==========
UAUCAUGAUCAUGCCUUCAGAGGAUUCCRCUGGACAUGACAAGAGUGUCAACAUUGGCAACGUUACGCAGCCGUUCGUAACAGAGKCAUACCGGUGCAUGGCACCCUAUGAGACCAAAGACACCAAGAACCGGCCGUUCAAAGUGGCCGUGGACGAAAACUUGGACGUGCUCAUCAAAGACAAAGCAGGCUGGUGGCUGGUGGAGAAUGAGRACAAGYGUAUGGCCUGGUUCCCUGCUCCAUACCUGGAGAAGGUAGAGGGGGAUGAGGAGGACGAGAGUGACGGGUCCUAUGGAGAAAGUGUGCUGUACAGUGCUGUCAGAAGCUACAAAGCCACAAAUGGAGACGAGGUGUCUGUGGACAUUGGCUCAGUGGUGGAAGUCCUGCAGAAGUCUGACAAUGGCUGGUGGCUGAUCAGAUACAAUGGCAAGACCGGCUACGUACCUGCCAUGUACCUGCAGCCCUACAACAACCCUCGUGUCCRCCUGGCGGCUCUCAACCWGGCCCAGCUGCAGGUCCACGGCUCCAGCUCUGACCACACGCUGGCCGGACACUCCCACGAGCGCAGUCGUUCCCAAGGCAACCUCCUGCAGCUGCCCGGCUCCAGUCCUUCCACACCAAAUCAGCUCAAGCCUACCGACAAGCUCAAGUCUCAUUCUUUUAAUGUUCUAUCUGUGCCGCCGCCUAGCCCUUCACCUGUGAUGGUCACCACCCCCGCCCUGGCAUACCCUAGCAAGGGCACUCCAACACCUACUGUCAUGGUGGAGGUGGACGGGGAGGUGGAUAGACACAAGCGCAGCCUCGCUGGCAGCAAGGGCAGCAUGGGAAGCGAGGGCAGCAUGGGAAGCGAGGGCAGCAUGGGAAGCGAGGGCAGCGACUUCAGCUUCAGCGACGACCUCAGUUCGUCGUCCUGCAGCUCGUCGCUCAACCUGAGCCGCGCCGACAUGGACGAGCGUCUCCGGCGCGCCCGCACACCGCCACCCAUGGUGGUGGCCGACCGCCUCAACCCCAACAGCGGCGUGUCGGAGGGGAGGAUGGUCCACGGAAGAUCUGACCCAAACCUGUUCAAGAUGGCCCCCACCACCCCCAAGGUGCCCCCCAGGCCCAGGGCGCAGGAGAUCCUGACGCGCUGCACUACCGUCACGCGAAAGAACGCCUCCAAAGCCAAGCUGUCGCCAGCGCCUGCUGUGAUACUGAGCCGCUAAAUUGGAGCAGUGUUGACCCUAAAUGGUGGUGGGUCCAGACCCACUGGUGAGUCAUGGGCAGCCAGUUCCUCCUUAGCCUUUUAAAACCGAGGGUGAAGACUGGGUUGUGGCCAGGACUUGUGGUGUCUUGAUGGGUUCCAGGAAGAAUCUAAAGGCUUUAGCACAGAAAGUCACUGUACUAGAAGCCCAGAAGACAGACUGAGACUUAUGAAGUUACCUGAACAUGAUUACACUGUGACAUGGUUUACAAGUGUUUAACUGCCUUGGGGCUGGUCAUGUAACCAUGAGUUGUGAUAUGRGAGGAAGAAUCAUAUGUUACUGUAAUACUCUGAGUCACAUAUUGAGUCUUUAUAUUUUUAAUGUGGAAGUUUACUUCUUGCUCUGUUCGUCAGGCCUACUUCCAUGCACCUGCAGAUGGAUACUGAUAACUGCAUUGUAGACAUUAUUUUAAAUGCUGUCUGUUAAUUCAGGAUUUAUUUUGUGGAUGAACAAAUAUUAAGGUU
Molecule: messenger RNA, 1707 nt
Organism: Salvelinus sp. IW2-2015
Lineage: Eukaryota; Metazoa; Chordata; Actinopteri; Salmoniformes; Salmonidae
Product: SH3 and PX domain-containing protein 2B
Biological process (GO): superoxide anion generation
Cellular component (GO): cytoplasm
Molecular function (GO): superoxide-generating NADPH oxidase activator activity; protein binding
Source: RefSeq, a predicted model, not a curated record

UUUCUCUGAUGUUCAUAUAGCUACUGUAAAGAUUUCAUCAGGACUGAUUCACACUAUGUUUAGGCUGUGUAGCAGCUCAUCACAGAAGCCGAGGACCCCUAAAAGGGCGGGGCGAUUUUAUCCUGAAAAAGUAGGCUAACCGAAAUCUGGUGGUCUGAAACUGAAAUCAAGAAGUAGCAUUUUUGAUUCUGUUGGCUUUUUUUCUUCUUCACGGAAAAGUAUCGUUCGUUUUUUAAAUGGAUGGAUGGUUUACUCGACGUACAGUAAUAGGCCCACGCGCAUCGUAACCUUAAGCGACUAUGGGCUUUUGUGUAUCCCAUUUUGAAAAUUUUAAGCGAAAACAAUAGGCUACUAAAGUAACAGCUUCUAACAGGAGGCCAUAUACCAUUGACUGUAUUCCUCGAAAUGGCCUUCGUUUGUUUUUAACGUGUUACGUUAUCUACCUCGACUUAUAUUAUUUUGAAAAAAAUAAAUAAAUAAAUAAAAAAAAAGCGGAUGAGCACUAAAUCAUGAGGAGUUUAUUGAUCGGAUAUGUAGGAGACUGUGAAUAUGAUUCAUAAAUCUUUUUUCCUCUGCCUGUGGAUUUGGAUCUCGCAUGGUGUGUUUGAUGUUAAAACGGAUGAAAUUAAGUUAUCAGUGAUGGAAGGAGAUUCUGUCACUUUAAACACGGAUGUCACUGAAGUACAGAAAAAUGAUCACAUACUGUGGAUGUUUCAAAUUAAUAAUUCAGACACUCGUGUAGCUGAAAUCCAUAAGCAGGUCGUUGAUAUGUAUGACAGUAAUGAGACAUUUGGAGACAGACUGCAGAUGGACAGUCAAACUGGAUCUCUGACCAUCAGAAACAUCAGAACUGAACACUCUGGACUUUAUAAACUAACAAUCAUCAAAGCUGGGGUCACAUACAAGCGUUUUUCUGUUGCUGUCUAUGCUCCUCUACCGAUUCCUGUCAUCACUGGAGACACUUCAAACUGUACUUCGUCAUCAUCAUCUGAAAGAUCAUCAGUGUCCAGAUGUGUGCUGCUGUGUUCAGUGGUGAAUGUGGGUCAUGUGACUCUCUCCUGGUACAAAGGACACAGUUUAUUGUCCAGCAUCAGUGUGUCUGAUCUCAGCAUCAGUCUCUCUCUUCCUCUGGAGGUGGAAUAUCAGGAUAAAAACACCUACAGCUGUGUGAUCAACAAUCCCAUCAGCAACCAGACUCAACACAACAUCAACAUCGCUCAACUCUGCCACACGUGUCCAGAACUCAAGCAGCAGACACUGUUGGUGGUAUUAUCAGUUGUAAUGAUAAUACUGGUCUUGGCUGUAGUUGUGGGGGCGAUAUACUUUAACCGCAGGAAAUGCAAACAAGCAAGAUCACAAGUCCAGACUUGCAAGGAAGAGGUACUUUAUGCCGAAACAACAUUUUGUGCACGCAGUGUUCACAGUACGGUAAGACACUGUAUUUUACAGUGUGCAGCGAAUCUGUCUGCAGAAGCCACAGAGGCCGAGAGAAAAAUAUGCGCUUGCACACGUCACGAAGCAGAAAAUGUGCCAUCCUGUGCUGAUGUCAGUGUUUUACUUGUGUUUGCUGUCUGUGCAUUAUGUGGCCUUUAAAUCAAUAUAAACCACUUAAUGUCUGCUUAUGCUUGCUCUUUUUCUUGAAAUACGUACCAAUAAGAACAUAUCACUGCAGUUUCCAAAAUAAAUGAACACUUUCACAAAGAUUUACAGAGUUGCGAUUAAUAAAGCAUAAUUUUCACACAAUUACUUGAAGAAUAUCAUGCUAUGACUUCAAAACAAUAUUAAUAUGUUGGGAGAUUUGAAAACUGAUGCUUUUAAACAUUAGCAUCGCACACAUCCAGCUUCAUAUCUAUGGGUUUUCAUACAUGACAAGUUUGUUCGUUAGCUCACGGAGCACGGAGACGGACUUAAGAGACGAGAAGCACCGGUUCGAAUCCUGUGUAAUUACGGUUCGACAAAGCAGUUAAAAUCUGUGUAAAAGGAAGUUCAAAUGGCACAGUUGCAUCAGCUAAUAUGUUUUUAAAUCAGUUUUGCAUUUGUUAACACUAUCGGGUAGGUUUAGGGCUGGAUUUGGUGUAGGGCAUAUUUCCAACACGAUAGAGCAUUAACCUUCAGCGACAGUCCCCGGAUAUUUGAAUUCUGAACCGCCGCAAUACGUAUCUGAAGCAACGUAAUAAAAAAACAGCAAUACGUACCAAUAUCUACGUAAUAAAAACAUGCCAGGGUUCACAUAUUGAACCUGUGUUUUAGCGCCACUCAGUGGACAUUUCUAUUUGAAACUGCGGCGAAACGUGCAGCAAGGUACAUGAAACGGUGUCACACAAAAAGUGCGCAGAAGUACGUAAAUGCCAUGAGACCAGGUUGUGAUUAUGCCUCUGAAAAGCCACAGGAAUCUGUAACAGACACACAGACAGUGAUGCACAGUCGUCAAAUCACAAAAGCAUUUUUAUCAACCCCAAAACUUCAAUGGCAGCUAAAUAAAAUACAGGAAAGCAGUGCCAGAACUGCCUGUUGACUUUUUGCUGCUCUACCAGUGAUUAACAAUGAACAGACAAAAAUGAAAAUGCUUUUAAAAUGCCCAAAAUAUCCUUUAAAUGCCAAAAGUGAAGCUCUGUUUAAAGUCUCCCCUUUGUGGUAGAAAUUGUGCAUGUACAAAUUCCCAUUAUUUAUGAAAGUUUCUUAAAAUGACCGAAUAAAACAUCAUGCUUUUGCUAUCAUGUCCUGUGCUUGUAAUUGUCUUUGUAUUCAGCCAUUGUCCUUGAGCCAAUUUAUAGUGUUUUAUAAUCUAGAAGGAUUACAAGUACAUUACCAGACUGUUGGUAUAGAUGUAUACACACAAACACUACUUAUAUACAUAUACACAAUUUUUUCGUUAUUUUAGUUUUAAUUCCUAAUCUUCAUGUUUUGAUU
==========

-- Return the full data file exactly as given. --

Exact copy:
UAUCAUGAUCAUGCCUUCAGAGGAUUCCRCUGGACAUGACAAGAGUGUCAACAUUGGCAACGUUACGCAGCCGUUCGUAACAGAGKCAUACCGGUGCAUGGCACCCUAUGAGACCAAAGACACCAAGAACCGGCCGUUCAAAGUGGCCGUGGACGAAAACUUGGACGUGCUCAUCAAAGACAAAGCAGGCUGGUGGCUGGUGGAGAAUGAGRACAAGYGUAUGGCCUGGUUCCCUGCUCCAUACCUGGAGAAGGUAGAGGGGGAUGAGGAGGACGAGAGUGACGGGUCCUAUGGAGAAAGUGUGCUGUACAGUGCUGUCAGAAGCUACAAAGCCACAAAUGGAGACGAGGUGUCUGUGGACAUUGGCUCAGUGGUGGAAGUCCUGCAGAAGUCUGACAAUGGCUGGUGGCUGAUCAGAUACAAUGGCAAGACCGGCUACGUACCUGCCAUGUACCUGCAGCCCUACAACAACCCUCGUGUCCRCCUGGCGGCUCUCAACCWGGCCCAGCUGCAGGUCCACGGCUCCAGCUCUGACCACACGCUGGCCGGACACUCCCACGAGCGCAGUCGUUCCCAAGGCAACCUCCUGCAGCUGCCCGGCUCCAGUCCUUCCACACCAAAUCAGCUCAAGCCUACCGACAAGCUCAAGUCUCAUUCUUUUAAUGUUCUAUCUGUGCCGCCGCCUAGCCCUUCACCUGUGAUGGUCACCACCCCCGCCCUGGCAUACCCUAGCAAGGGCACUCCAACACCUACUGUCAUGGUGGAGGUGGACGGGGAGGUGGAUAGACACAAGCGCAGCCUCGCUGGCAGCAAGGGCAGCAUGGGAAGCGAGGGCAGCAUGGGAAGCGAGGGCAGCAUGGGAAGCGAGGGCAGCGACUUCAGCUUCAGCGACGACCUCAGUUCGUCGUCCUGCAGCUCGUCGCUCAACCUGAGCCGCGCCGACAUGGACGAGCGUCUCCGGCGCGCCCGCACACCGCCACCCAUGGUGGUGGCCGACCGCCUCAACCCCAACAGCGGCGUGUCGGAGGGGAGGAUGGUCCACGGAAGAUCUGACCCAAACCUGUUCAAGAUGGCCCCCACCACCCCCAAGGUGCCCCCCAGGCCCAGGGCGCAGGAGAUCCUGACGCGCUGCACUACCGUCACGCGAAAGAACGCCUCCAAAGCCAAGCUGUCGCCAGCGCCUGCUGUGAUACUGAGCCGCUAAAUUGGAGCAGUGUUGACCCUAAAUGGUGGUGGGUCCAGACCCACUGGUGAGUCAUGGGCAGCCAGUUCCUCCUUAGCCUUUUAAAACCGAGGGUGAAGACUGGGUUGUGGCCAGGACUUGUGGUGUCUUGAUGGGUUCCAGGAAGAAUCUAAAGGCUUUAGCACAGAAAGUCACUGUACUAGAAGCCCAGAAGACAGACUGAGACUUAUGAAGUUACCUGAACAUGAUUACACUGUGACAUGGUUUACAAGUGUUUAACUGCCUUGGGGCUGGUCAUGUAACCAUGAGUUGUGAUAUGRGAGGAAGAAUCAUAUGUUACUGUAAUACUCUGAGUCACAUAUUGAGUCUUUAUAUUUUUAAUGUGGAAGUUUACUUCUUGCUCUGUUCGUCAGGCCUACUUCCAUGCACCUGCAGAUGGAUACUGAUAACUGCAUUGUAGACAUUAUUUUAAAUGCUGUCUGUUAAUUCAGGAUUUAUUUUGUGGAUGAACAAAUAUUAAGGUU
Molecule: messenger RNA, 1707 nt
Organism: Salvelinus sp. IW2-2015
Lineage: Eukaryota; Metazoa; Chordata; Actinopteri; Salmoniformes; Salmonidae
Product: SH3 and PX domain-containing protein 2B
Biological process (GO): superoxide anion generation
Cellular component (GO): cytoplasm
Molecular function (GO): superoxide-generating NADPH oxidase activator activity; protein binding
Source: RefSeq, a predicted model, not a curated record

UUUCUCUGAUGUUCAUAUAGCUACUGUAAAGAUUUCAUCAGGACUGAUUCACACUAUGUUUAGGCUGUGUAGCAGCUCAUCACAGAAGCCGAGGACCCCUAAAAGGGCGGGGCGAUUUUAUCCUGAAAAAGUAGGCUAACCGAAAUCUGGUGGUCUGAAACUGAAAUCAAGAAGUAGCAUUUUUGAUUCUGUUGGCUUUUUUUCUUCUUCACGGAAAAGUAUCGUUCGUUUUUUAAAUGGAUGGAUGGUUUACUCGACGUACAGUAAUAGGCCCACGCGCAUCGUAACCUUAAGCGACUAUGGGCUUUUGUGUAUCCCAUUUUGAAAAUUUUAAGCGAAAACAAUAGGCUACUAAAGUAACAGCUUCUAACAGGAGGCCAUAUACCAUUGACUGUAUUCCUCGAAAUGGCCUUCGUUUGUUUUUAACGUGUUACGUUAUCUACCUCGACUUAUAUUAUUUUGAAAAAAAUAAAUAAAUAAAUAAAAAAAAAGCGGAUGAGCACUAAAUCAUGAGGAGUUUAUUGAUCGGAUAUGUAGGAGACUGUGAAUAUGAUUCAUAAAUCUUUUUUCCUCUGCCUGUGGAUUUGGAUCUCGCAUGGUGUGUUUGAUGUUAAAACGGAUGAAAUUAAGUUAUCAGUGAUGGAAGGAGAUUCUGUCACUUUAAACACGGAUGUCACUGAAGUACAGAAAAAUGAUCACAUACUGUGGAUGUUUCAAAUUAAUAAUUCAGACACUCGUGUAGCUGAAAUCCAUAAGCAGGUCGUUGAUAUGUAUGACAGUAAUGAGACAUUUGGAGACAGACUGCAGAUGGACAGUCAAACUGGAUCUCUGACCAUCAGAAACAUCAGAACUGAACACUCUGGACUUUAUAAACUAACAAUCAUCAAAGCUGGGGUCACAUACAAGCGUUUUUCUGUUGCUGUCUAUGCUCCUCUACCGAUUCCUGUCAUCACUGGAGACACUUCAAACUGUACUUCGUCAUCAUCAUCUGAAAGAUCAUCAGUGUCCAGAUGUGUGCUGCUGUGUUCAGUGGUGAAUGUGGGUCAUGUGACUCUCUCCUGGUACAAAGGACACAGUUUAUUGUCCAGCAUCAGUGUGUCUGAUCUCAGCAUCAGUCUCUCUCUUCCUCUGGAGGUGGAAUAUCAGGAUAAAAACACCUACAGCUGUGUGAUCAACAAUCCCAUCAGCAACCAGACUCAACACAACAUCAACAUCGCUCAACUCUGCCACACGUGUCCAGAACUCAAGCAGCAGACACUGUUGGUGGUAUUAUCAGUUGUAAUGAUAAUACUGGUCUUGGCUGUAGUUGUGGGGGCGAUAUACUUUAACCGCAGGAAAUGCAAACAAGCAAGAUCACAAGUCCAGACUUGCAAGGAAGAGGUACUUUAUGCCGAAACAACAUUUUGUGCACGCAGUGUUCACAGUACGGUAAGACACUGUAUUUUACAGUGUGCAGCGAAUCUGUCUGCAGAAGCCACAGAGGCCGAGAGAAAAAUAUGCGCUUGCACACGUCACGAAGCAGAAAAUGUGCCAUCCUGUGCUGAUGUCAGUGUUUUACUUGUGUUUGCUGUCUGUGCAUUAUGUGGCCUUUAAAUCAAUAUAAACCACUUAAUGUCUGCUUAUGCUUGCUCUUUUUCUUGAAAUACGUACCAAUAAGAACAUAUCACUGCAGUUUCCAAAAUAAAUGAACACUUUCACAAAGAUUUACAGAGUUGCGAUUAAUAAAGCAUAAUUUUCACACAAUUACUUGAAGAAUAUCAUGCUAUGACUUCAAAACAAUAUUAAUAUGUUGGGAGAUUUGAAAACUGAUGCUUUUAAACAUUAGCAUCGCACACAUCCAGCUUCAUAUCUAUGGGUUUUCAUACAUGACAAGUUUGUUCGUUAGCUCACGGAGCACGGAGACGGACUUAAGAGACGAGAAGCACCGGUUCGAAUCCUGUGUAAUUACGGUUCGACAAAGCAGUUAAAAUCUGUGUAAAAGGAAGUUCAAAUGGCACAGUUGCAUCAGCUAAUAUGUUUUUAAAUCAGUUUUGCAUUUGUUAACACUAUCGGGUAGGUUUAGGGCUGGAUUUGGUGUAGGGCAUAUUUCCAACACGAUAGAGCAUUAACCUUCAGCGACAGUCCCCGGAUAUUUGAAUUCUGAACCGCCGCAAUACGUAUCUGAAGCAACGUAAUAAAAAAACAGCAAUACGUACCAAUAUCUACGUAAUAAAAACAUGCCAGGGUUCACAUAUUGAACCUGUGUUUUAGCGCCACUCAGUGGACAUUUCUAUUUGAAACUGCGGCGAAACGUGCAGCAAGGUACAUGAAACGGUGUCACACAAAAAGUGCGCAGAAGUACGUAAAUGCCAUGAGACCAGGUUGUGAUUAUGCCUCUGAAAAGCCACAGGAAUCUGUAACAGACACACAGACAGUGAUGCACAGUCGUCAAAUCACAAAAGCAUUUUUAUCAACCCCAAAACUUCAAUGGCAGCUAAAUAAAAUACAGGAAAGCAGUGCCAGAACUGCCUGUUGACUUUUUGCUGCUCUACCAGUGAUUAACAAUGAACAGACAAAAAUGAAAAUGCUUUUAAAAUGCCCAAAAUAUCCUUUAAAUGCCAAAAGUGAAGCUCUGUUUAAAGUCUCCCCUUUGUGGUAGAAAUUGUGCAUGUACAAAUUCCCAUUAUUUAUGAAAGUUUCUUAAAAUGACCGAAUAAAACAUCAUGCUUUUGCUAUCAUGUCCUGUGCUUGUAAUUGUCUUUGUAUUCAGCCAUUGUCCUUGAGCCAAUUUAUAGUGUUUUAUAAUCUAGAAGGAUUACAAGUACAUUACCAGACUGUUGGUAUAGAUGUAUACACACAAACACUACUUAUAUACAUAUACACAAUUUUUUCGUUAUUUUAGUUUUAAUUCCUAAUCUUCAUGUUUUGAUU